Yes, local communities do have concerns. The question is what is the appropriate remedy for them. A properly applied Takings Clause (with payment of true value for taken property) is one: it prevents subsidization through expropriation. Insofar as environmental issues are concerned, the question is whether ex ante restrictions (i.e., imposing high standards to permit construction) are better than ex post penalties for damage imposed (which provide an incentive for infrastructure operators to take precautions against damage).

Since infrastructure operators are well-capitalized, and unlikely to be judgment proof, and since there are armies of class action attorneys waiting in the wings salivating at the opportunity to sue for damages, ex post penalties are likely to be more efficient than ex ante restrictions, especially ex ante restrictions imposed by state and local governments who internalize the benefits they obtain for their constituents, but who do not internalize the costs that they impose on producers upstream or consumers downstream.

And this is not to say that the Federal government is inevitably predisposed to efficient outcomes. Look no further than the previous administration, which largely embraced the environmentalist hostility to domestic energy development, and which as a consequence used its powers to thwart some important infrastructure developments (e.g., Keystone, which would have proven especially valuable in light of the loss of heavy crude production in Venezuela and to a lesser degree Mexico). So Federal power can be exercised for good or ill when it comes to energy infrastructure. Trump’s order is an example of it being exercised for the good of energy consumers and producers.

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March 26, 2019

The Strategic Genius Putin Reinforces Failure (and a Failed State) in Venezuela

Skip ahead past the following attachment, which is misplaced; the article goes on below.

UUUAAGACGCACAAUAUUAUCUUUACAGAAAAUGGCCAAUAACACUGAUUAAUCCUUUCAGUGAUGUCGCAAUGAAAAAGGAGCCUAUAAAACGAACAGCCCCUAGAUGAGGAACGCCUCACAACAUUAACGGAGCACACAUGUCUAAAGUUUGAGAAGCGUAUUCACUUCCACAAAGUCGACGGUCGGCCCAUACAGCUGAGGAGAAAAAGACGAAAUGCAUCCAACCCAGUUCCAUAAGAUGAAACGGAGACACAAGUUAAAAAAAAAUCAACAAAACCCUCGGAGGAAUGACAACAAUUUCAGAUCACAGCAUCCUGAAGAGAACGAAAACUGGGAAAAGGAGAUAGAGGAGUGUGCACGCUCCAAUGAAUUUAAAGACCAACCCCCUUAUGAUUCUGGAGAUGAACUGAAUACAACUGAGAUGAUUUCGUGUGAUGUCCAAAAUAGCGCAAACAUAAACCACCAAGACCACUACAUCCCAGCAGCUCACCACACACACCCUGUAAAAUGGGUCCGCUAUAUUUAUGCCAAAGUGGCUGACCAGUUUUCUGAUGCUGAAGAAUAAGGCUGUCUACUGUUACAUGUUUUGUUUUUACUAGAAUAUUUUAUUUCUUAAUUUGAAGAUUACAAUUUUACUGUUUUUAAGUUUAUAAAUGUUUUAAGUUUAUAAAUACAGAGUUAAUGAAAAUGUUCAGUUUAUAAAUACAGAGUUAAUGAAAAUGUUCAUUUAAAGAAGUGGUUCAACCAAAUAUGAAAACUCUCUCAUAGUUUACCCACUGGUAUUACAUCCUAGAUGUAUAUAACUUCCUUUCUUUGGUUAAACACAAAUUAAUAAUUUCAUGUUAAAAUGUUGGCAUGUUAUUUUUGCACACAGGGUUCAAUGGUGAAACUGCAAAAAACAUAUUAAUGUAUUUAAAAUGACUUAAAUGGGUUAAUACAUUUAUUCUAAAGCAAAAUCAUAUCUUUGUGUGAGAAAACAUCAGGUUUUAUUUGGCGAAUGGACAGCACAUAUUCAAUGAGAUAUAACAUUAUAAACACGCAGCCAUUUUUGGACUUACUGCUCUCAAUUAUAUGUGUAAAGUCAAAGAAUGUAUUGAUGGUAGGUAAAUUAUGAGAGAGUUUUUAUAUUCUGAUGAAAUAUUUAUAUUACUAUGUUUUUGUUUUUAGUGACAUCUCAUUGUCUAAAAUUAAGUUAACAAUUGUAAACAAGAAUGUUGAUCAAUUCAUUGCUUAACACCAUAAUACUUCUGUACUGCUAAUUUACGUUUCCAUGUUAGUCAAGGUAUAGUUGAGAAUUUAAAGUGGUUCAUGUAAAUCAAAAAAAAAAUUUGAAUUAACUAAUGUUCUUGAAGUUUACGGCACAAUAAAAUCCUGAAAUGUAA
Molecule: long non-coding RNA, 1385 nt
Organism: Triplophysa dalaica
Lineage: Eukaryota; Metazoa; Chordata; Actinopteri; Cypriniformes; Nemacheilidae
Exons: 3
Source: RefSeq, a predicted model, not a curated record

Filed under: History,Politics — cpirrong @ 6:57 pm

As something of a coda to the previous post, it’s worth commenting on Sunday’s story that Russia dispatched 100 troops to Venezuela. Within hours of their arrival, the power went out, and the country was plunged into darkness yet again.

This is how deep Russia must dig to find allies, all in a pathetic effort to tweak its bĂȘte noire, the US. Yet this is the colossus that has preoccupied the fevered minds of the American governing class since 8 November, 2016.

It is also a rather scathing commentary on Putin’s alleged strategic genius. There’s an old adage: never reinforce failure. Venezuela is a failure–and a failed state–on a grand scale. Yet perhaps thinking of his previous “investments” in the country, Putin reinforces this failure.

Succumbing to the sunk cost fallacy is hardly a sign of strategic genius.

Further, if Trump is in Putin’s thrall, why has Trump ramped up the pressure on the Maduro regime? Maybe Max Boot or Bill Kristol can enlighten us.

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The NYT Figures Out That Putin Is Not An Omnipotent Dr. Evil. Well, I Guess 12 Years Late Is Better Than Never.

Filed under: Economics,History,Politics,Russia — cpirrong @ 6:35 pm